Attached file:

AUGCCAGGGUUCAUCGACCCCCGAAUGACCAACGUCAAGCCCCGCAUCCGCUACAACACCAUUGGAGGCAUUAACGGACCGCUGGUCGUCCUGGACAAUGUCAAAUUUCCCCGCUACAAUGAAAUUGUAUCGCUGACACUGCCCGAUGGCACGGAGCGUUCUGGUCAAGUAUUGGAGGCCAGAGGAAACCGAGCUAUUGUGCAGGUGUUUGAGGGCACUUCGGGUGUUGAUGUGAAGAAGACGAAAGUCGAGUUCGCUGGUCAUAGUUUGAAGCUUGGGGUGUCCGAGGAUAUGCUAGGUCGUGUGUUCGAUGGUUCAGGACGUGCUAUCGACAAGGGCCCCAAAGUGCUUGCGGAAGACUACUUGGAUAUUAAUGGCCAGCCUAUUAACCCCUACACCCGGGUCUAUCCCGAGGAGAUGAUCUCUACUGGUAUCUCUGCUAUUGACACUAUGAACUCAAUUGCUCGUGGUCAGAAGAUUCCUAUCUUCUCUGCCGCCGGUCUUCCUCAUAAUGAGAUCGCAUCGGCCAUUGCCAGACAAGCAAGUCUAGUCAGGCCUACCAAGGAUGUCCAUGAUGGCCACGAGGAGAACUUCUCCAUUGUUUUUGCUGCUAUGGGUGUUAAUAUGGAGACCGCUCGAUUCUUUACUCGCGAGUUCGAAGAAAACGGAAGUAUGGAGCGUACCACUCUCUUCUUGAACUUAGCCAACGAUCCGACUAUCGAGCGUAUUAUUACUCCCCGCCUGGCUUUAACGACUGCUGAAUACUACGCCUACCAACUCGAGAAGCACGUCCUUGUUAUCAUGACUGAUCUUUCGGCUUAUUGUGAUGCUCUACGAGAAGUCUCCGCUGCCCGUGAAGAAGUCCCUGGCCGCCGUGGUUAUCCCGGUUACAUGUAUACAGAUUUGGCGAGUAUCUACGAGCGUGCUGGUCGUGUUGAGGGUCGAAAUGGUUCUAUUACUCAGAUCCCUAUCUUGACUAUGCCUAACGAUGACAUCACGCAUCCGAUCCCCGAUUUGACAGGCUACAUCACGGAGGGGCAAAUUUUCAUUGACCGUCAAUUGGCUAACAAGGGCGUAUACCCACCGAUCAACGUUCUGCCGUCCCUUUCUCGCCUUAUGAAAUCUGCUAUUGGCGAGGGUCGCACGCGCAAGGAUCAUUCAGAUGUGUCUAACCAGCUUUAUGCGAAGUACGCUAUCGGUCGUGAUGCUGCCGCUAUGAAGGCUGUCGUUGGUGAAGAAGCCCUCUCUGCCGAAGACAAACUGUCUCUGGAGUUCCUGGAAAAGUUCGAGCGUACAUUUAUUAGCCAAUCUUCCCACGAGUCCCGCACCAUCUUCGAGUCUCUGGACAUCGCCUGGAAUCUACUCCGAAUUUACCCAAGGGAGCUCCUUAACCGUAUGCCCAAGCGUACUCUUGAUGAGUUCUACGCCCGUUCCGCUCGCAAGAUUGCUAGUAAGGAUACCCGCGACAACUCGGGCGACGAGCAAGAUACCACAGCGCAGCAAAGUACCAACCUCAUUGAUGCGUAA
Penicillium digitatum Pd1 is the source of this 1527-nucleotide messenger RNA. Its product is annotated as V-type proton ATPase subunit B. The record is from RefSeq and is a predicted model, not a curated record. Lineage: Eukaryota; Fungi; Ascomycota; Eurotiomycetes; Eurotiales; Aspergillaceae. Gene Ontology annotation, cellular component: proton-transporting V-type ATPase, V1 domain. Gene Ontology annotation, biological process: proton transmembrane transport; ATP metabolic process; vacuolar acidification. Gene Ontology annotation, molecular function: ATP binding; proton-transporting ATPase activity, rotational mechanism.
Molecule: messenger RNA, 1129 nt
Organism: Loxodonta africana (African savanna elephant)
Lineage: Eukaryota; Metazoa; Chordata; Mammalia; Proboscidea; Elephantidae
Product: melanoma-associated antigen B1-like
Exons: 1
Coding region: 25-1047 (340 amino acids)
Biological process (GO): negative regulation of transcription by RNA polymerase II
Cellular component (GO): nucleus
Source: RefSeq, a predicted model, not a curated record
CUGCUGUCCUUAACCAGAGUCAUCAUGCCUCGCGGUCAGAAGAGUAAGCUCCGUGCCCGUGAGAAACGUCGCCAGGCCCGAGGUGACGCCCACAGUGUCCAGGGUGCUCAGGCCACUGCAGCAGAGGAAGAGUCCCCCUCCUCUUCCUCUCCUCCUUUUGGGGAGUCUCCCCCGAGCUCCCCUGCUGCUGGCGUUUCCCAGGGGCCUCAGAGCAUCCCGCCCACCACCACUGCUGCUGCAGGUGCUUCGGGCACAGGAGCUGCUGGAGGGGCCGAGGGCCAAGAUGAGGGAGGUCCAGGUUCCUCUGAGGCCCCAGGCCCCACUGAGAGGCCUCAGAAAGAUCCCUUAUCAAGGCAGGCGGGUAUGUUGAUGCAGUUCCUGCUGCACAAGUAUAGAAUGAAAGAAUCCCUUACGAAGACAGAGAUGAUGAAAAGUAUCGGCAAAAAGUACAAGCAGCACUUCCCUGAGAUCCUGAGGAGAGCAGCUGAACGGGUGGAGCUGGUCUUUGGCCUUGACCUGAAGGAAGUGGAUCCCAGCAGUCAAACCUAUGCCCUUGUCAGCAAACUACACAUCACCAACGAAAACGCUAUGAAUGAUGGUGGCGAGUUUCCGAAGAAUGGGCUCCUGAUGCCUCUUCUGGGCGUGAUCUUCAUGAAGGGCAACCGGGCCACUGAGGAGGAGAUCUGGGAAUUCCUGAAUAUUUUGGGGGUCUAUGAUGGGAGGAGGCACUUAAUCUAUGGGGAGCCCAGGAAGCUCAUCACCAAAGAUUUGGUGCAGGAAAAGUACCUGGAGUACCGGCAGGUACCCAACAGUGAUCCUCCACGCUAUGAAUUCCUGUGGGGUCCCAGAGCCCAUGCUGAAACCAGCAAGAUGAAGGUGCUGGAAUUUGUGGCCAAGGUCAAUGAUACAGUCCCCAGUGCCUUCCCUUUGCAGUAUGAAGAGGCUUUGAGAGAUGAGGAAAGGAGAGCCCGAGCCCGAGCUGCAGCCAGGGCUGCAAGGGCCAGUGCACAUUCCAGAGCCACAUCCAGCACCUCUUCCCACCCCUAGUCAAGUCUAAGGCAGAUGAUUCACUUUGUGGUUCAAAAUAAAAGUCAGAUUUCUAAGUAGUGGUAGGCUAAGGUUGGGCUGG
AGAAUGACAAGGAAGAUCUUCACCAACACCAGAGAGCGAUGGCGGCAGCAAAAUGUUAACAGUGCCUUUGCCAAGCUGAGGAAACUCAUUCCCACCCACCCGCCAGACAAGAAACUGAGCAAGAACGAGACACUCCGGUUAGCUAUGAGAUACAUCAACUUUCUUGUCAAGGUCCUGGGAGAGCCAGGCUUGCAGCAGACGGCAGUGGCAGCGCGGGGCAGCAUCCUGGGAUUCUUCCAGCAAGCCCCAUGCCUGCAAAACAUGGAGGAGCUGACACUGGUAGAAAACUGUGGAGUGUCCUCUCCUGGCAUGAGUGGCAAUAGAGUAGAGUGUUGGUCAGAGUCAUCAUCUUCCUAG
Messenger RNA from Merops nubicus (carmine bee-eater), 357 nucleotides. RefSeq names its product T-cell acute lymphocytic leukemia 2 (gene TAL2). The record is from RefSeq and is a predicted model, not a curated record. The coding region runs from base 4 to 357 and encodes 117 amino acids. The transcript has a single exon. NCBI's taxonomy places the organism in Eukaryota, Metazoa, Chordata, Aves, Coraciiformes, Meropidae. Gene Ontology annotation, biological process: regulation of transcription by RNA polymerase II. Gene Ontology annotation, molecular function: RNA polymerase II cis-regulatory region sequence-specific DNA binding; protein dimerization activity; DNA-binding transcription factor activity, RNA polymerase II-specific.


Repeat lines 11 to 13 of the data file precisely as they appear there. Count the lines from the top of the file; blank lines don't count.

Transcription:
Source: RefSeq, a predicted model, not a curated record
CUGCUGUCCUUAACCAGAGUCAUCAUGCCUCGCGGUCAGAAGAGUAAGCUCCGUGCCCGUGAGAAACGUCGCCAGGCCCGAGGUGACGCCCACAGUGUCCAGGGUGCUCAGGCCACUGCAGCAGAGGAAGAGUCCCCCUCCUCUUCCUCUCCUCCUUUUGGGGAGUCUCCCCCGAGCUCCCCUGCUGCUGGCGUUUCCCAGGGGCCUCAGAGCAUCCCGCCCACCACCACUGCUGCUGCAGGUGCUUCGGGCACAGGAGCUGCUGGAGGGGCCGAGGGCCAAGAUGAGGGAGGUCCAGGUUCCUCUGAGGCCCCAGGCCCCACUGAGAGGCCUCAGAAAGAUCCCUUAUCAAGGCAGGCGGGUAUGUUGAUGCAGUUCCUGCUGCACAAGUAUAGAAUGAAAGAAUCCCUUACGAAGACAGAGAUGAUGAAAAGUAUCGGCAAAAAGUACAAGCAGCACUUCCCUGAGAUCCUGAGGAGAGCAGCUGAACGGGUGGAGCUGGUCUUUGGCCUUGACCUGAAGGAAGUGGAUCCCAGCAGUCAAACCUAUGCCCUUGUCAGCAAACUACACAUCACCAACGAAAACGCUAUGAAUGAUGGUGGCGAGUUUCCGAAGAAUGGGCUCCUGAUGCCUCUUCUGGGCGUGAUCUUCAUGAAGGGCAACCGGGCCACUGAGGAGGAGAUCUGGGAAUUCCUGAAUAUUUUGGGGGUCUAUGAUGGGAGGAGGCACUUAAUCUAUGGGGAGCCCAGGAAGCUCAUCACCAAAGAUUUGGUGCAGGAAAAGUACCUGGAGUACCGGCAGGUACCCAACAGUGAUCCUCCACGCUAUGAAUUCCUGUGGGGUCCCAGAGCCCAUGCUGAAACCAGCAAGAUGAAGGUGCUGGAAUUUGUGGCCAAGGUCAAUGAUACAGUCCCCAGUGCCUUCCCUUUGCAGUAUGAAGAGGCUUUGAGAGAUGAGGAAAGGAGAGCCCGAGCCCGAGCUGCAGCCAGGGCUGCAAGGGCCAGUGCACAUUCCAGAGCCACAUCCAGCACCUCUUCCCACCCCUAGUCAAGUCUAAGGCAGAUGAUUCACUUUGUGGUUCAAAAUAAAAGUCAGAUUUCUAAGUAGUGGUAGGCUAAGGUUGGGCUGG
AGAAUGACAAGGAAGAUCUUCACCAACACCAGAGAGCGAUGGCGGCAGCAAAAUGUUAACAGUGCCUUUGCCAAGCUGAGGAAACUCAUUCCCACCCACCCGCCAGACAAGAAACUGAGCAAGAACGAGACACUCCGGUUAGCUAUGAGAUACAUCAACUUUCUUGUCAAGGUCCUGGGAGAGCCAGGCUUGCAGCAGACGGCAGUGGCAGCGCGGGGCAGCAUCCUGGGAUUCUUCCAGCAAGCCCCAUGCCUGCAAAACAUGGAGGAGCUGACACUGGUAGAAAACUGUGGAGUGUCCUCUCCUGGCAUGAGUGGCAAUAGAGUAGAGUGUUGGUCAGAGUCAUCAUCUUCCUAG